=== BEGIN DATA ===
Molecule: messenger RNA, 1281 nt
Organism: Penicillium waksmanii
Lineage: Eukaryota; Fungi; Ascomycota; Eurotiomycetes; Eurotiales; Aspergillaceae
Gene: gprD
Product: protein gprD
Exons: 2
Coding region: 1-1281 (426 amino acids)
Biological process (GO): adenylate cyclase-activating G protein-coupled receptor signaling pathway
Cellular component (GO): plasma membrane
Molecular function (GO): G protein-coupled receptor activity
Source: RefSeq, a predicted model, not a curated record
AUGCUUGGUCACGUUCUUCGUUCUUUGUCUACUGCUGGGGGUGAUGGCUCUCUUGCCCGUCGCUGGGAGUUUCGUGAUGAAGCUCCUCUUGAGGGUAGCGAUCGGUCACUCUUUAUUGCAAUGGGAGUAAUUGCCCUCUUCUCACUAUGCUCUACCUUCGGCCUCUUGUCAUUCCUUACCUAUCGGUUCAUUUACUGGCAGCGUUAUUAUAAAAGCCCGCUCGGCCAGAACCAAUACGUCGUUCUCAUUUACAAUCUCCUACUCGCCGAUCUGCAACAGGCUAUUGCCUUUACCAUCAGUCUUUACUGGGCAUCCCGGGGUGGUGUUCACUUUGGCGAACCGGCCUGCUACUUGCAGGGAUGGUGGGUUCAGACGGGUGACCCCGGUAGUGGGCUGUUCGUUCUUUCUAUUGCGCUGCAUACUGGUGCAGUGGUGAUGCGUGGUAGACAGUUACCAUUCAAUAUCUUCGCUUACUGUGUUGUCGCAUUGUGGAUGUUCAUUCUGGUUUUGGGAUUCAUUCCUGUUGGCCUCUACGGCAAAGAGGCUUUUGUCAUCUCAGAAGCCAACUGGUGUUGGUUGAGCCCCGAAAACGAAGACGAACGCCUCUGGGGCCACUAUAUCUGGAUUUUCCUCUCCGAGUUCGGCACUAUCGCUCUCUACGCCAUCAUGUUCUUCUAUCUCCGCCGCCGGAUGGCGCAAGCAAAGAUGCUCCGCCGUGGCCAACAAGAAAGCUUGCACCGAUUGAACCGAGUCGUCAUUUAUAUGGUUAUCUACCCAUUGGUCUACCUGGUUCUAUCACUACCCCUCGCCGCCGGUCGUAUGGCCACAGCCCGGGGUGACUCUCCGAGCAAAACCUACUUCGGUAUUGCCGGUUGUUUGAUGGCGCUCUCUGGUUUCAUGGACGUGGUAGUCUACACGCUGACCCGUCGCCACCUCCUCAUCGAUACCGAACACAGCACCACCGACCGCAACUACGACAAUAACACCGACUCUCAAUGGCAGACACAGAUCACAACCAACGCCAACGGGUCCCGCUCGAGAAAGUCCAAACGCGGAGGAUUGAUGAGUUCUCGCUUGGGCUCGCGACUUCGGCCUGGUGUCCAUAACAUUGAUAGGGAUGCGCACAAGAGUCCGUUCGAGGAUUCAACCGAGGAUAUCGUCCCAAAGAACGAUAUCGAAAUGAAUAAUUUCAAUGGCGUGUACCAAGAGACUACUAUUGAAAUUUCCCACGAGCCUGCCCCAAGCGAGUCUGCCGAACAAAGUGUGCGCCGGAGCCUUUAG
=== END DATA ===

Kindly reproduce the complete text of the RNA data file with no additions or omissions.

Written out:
Molecule: messenger RNA, 1281 nt
Organism: Penicillium waksmanii
Lineage: Eukaryota; Fungi; Ascomycota; Eurotiomycetes; Eurotiales; Aspergillaceae
Gene: gprD
Product: protein gprD
Exons: 2
Coding region: 1-1281 (426 amino acids)
Biological process (GO): adenylate cyclase-activating G protein-coupled receptor signaling pathway
Cellular component (GO): plasma membrane
Molecular function (GO): G protein-coupled receptor activity
Source: RefSeq, a predicted model, not a curated record
AUGCUUGGUCACGUUCUUCGUUCUUUGUCUACUGCUGGGGGUGAUGGCUCUCUUGCCCGUCGCUGGGAGUUUCGUGAUGAAGCUCCUCUUGAGGGUAGCGAUCGGUCACUCUUUAUUGCAAUGGGAGUAAUUGCCCUCUUCUCACUAUGCUCUACCUUCGGCCUCUUGUCAUUCCUUACCUAUCGGUUCAUUUACUGGCAGCGUUAUUAUAAAAGCCCGCUCGGCCAGAACCAAUACGUCGUUCUCAUUUACAAUCUCCUACUCGCCGAUCUGCAACAGGCUAUUGCCUUUACCAUCAGUCUUUACUGGGCAUCCCGGGGUGGUGUUCACUUUGGCGAACCGGCCUGCUACUUGCAGGGAUGGUGGGUUCAGACGGGUGACCCCGGUAGUGGGCUGUUCGUUCUUUCUAUUGCGCUGCAUACUGGUGCAGUGGUGAUGCGUGGUAGACAGUUACCAUUCAAUAUCUUCGCUUACUGUGUUGUCGCAUUGUGGAUGUUCAUUCUGGUUUUGGGAUUCAUUCCUGUUGGCCUCUACGGCAAAGAGGCUUUUGUCAUCUCAGAAGCCAACUGGUGUUGGUUGAGCCCCGAAAACGAAGACGAACGCCUCUGGGGCCACUAUAUCUGGAUUUUCCUCUCCGAGUUCGGCACUAUCGCUCUCUACGCCAUCAUGUUCUUCUAUCUCCGCCGCCGGAUGGCGCAAGCAAAGAUGCUCCGCCGUGGCCAACAAGAAAGCUUGCACCGAUUGAACCGAGUCGUCAUUUAUAUGGUUAUCUACCCAUUGGUCUACCUGGUUCUAUCACUACCCCUCGCCGCCGGUCGUAUGGCCACAGCCCGGGGUGACUCUCCGAGCAAAACCUACUUCGGUAUUGCCGGUUGUUUGAUGGCGCUCUCUGGUUUCAUGGACGUGGUAGUCUACACGCUGACCCGUCGCCACCUCCUCAUCGAUACCGAACACAGCACCACCGACCGCAACUACGACAAUAACACCGACUCUCAAUGGCAGACACAGAUCACAACCAACGCCAACGGGUCCCGCUCGAGAAAGUCCAAACGCGGAGGAUUGAUGAGUUCUCGCUUGGGCUCGCGACUUCGGCCUGGUGUCCAUAACAUUGAUAGGGAUGCGCACAAGAGUCCGUUCGAGGAUUCAACCGAGGAUAUCGUCCCAAAGAACGAUAUCGAAAUGAAUAAUUUCAAUGGCGUGUACCAAGAGACUACUAUUGAAAUUUCCCACGAGCCUGCCCCAAGCGAGUCUGCCGAACAAAGUGUGCGCCGGAGCCUUUAG